Stunts
Heather Burton .... stunts
Gilbert B. Combs .... stunts (as Gilbert Combs)
Joe Dunne .... stunts
J.B. Getzwiller .... stunts
Chris Howell .... stunt coordinator
Jamie Jo Medearis .... stunts
Joey Box .... utility stunts (uncredited)
Rocky Capella .... stunts (uncredited)
Loyd Catlett .... stunts (uncredited)
Ben Cooke .... stunt double (uncredited)
Gene Hartline .... stunts (uncredited)
Beau Holden .... stunts precision driver (uncredited)
Terry Jackson .... stunt double: Tom Hulce (uncredited)
Mark Le Mon .... precision car driver (uncredited)
Kurt D. Lott .... utility stunts (uncredited)
Jeff Mosley .... stunts (uncredited)
Randy Peters .... stunts (uncredited)
 
Camera and Electrical Department
Kevin Arnold .... assistant chief lighting technician
Paul C. Babin .... camera operator
Dante Cardone .... gaffer: visual effects unit
Tom Connole .... director of photography: second unit (as Tom Cannole)
Elyse Couvillion .... second assistant camera (as Elise Couvillion)
Michael Kenner .... key grip
Stan McClain .... aerial photographer (as R. Stanton McClain)
Larry McConkey .... Steadicam operator
Merrick Morton .... still photographer
Reggie Newkirk .... first assistant camera
Russell Reilly .... best boy grip
Jim Shelton .... dolly grip (as James R. Shelton)
Michael J. Spehar .... rigging gaffer (as Michael Spehar)
Larry Wallace .... chief lighting technician
Sunny Johnson .... grip (uncredited)
Louis Niemeyer .... first assistant camera: second unit (uncredited)
Bill Pelkey .... electrician: San Francisco (uncredited)
Jeffrey A. Sklar .... camera loader (uncredited)
 
Casting Department
Nicole Arbusto .... casting associate
Judith Bouley .... extras casting: San Francisco/Bakerfield
 
Costume and Wardrobe Department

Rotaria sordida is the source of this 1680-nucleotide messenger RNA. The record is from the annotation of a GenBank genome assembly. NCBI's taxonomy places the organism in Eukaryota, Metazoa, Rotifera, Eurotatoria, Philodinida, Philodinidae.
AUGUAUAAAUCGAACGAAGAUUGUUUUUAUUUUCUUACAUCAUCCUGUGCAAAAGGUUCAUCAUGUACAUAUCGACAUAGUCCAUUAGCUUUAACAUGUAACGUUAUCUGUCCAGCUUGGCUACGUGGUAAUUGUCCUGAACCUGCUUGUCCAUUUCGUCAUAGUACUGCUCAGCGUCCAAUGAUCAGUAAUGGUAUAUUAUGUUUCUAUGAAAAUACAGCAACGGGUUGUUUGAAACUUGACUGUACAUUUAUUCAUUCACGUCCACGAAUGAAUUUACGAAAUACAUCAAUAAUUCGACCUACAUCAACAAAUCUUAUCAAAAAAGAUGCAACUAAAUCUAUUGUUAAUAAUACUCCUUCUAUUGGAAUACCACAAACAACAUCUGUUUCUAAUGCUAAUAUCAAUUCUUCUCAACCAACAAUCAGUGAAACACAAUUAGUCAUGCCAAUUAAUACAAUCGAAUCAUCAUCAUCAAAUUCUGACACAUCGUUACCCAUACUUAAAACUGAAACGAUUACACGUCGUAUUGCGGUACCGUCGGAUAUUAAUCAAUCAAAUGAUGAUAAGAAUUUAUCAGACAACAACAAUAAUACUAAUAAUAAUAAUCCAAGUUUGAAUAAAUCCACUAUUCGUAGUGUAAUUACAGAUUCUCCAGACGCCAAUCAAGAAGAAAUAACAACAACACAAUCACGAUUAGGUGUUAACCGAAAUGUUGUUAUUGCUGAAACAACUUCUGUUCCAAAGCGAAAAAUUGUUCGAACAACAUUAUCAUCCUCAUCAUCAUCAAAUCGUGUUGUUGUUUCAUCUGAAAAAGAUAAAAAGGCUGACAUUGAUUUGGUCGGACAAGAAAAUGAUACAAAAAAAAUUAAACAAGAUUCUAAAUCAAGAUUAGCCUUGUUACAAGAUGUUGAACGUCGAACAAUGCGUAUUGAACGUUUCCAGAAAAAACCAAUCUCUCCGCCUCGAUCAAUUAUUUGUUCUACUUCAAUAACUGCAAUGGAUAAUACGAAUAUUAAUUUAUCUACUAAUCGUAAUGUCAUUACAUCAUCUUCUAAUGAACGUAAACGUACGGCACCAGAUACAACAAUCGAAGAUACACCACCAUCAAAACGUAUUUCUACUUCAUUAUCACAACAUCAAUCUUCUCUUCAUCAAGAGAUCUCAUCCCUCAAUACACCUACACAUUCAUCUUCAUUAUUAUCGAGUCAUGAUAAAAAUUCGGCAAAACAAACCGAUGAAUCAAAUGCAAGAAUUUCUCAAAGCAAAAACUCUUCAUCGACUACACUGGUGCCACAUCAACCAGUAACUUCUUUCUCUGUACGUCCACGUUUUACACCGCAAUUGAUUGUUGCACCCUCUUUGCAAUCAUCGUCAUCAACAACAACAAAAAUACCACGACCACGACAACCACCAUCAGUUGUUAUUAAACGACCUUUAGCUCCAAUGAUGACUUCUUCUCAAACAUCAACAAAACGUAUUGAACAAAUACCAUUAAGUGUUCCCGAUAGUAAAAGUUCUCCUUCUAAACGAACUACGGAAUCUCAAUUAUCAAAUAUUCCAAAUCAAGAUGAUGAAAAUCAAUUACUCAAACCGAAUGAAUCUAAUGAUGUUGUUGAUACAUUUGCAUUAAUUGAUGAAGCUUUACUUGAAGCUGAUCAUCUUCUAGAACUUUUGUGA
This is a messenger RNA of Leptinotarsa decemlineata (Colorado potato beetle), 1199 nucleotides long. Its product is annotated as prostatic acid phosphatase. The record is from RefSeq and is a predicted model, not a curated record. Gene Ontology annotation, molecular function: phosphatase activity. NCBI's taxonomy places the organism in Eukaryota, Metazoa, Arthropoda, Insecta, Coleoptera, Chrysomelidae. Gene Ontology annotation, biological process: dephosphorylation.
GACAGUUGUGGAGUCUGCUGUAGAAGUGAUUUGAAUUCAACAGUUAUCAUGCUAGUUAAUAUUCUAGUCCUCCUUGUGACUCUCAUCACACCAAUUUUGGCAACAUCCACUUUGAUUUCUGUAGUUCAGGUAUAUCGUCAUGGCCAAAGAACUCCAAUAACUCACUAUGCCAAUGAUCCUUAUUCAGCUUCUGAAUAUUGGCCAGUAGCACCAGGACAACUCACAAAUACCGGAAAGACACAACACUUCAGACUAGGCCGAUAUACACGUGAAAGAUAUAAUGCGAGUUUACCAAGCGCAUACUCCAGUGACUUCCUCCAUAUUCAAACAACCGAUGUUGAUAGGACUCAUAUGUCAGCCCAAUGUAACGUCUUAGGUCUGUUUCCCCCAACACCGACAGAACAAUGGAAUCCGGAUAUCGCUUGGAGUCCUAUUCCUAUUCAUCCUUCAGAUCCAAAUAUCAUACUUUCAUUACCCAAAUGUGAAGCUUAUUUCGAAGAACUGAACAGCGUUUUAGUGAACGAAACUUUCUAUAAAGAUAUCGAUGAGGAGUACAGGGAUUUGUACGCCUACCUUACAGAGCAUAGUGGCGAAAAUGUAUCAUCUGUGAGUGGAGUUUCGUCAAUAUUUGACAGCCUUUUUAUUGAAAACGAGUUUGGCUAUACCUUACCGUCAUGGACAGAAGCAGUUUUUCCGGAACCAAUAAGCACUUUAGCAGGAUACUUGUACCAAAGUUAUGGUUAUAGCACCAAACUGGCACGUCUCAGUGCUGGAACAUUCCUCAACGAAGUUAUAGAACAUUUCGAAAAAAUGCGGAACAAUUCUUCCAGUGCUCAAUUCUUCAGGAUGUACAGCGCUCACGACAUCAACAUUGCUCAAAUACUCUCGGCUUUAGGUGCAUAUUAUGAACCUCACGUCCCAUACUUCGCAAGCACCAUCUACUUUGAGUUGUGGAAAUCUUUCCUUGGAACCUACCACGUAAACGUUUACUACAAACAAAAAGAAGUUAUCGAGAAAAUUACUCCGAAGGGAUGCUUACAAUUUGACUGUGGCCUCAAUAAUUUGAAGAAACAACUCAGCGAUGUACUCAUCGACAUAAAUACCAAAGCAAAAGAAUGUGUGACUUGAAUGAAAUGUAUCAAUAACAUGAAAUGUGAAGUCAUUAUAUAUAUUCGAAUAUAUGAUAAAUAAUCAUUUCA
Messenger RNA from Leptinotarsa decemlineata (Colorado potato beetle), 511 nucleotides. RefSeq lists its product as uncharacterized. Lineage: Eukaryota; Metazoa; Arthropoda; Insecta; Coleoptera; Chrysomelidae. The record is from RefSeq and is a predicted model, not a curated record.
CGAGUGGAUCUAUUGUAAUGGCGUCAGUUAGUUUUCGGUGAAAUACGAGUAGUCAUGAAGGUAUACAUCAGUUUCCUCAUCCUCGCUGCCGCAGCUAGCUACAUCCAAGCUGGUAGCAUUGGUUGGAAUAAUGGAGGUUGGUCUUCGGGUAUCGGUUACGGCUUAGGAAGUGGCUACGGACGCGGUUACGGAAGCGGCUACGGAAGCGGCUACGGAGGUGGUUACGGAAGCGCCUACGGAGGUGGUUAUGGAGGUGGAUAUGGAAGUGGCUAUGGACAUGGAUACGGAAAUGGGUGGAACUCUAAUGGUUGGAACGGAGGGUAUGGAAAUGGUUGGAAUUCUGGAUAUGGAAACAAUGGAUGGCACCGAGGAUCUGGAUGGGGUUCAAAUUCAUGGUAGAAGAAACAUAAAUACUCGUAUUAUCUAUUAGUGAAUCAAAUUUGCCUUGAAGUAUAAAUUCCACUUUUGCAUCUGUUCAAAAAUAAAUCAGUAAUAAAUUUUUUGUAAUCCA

Rudolph Garcia .... costumer (as Rudolph E. Garcia)
Mary C. Lane .... costumer
Elaine Maser .... costume supervisor
 
Editorial Department
Nicholas Cole .... assistant film editor: Australia
Bob Kaiser .... color timer
John Lee .... assistant film editor: Australia
Paula Lourie .... assistant film editor: Australia
Simon Martin .... assistant film editor: Australia
Tara McKinley .... assistant film editor
Plummy Tucker .... assistant film editor
 
Music Department
Dan Carlin Sr. .... music editor (as Dan Carlin)
Hank Dutt .... musician: viola, "Mai nozipo" (as Kronos Quartet)
David Harrington .... musician: first violin, "Mai nozipo" (as Kronos Quartet)
Maurice Jarre .... conductor
Joan Jeanrenaud .... musician: cello, "Mai nozipo" (as Kronos Quartet)
Shawn Murphy .... music mixer
Shawn Murphy .... music recordist
John Sherba .... musician: second violin, "Mai nozipo" (as Kronos Quartet)
Tom Boyd .... musician: oboe soloist (uncredited)
Patrick Russ .... orchestrator (uncredited)
 
Transportation Department
Randy Peters .... transportation captain
Tom Rebber .... transportation co-captain (as Thomas Rebber)
Candace Wells .... transportation captain
Bryce Guy Williams .... transportation coordinator (as Bryce Williams)
George Williams .... transportation co-captain
Lee Willis .... transportation co-captain
David Diaz .... driver: Isabella Rossellini (uncredited)
 
Other crew
Kara Baker .... assistant: Ms. Weinstein
David M. Bernstein .... staff assistant (as David Bernstein)
Gordon Black .... consultant: disaster/rescue
Bob Boyle .... advisor
Bart Brown .... assistant: Ms. Forman and Mr. Beasley
Loyd Catlett .... assistant: Mr. Bridges
John P. Coale .... legal advisor
Martha Corrigan .... staff assistant
Robert C. Decker .... location manager: Los Angeles (as Robert Decker)
Bernard Dethiers .... staff assistant
Craig Dietrich .... production associate
Rory Enke .... location manager: San Francisco
Chandos Erwin .... staff assistant (as John Chandos Erwin)
Matthew Flood Ferguson .... staff assistant
Marshal Hilton .... stand-in: male
David Lamb .... assistant location manager
Lucille M. Michaels .... first aid (as Lucille M. Michael)
Julie Pitkanen .... script supervisor
Tom Power .... staff assistant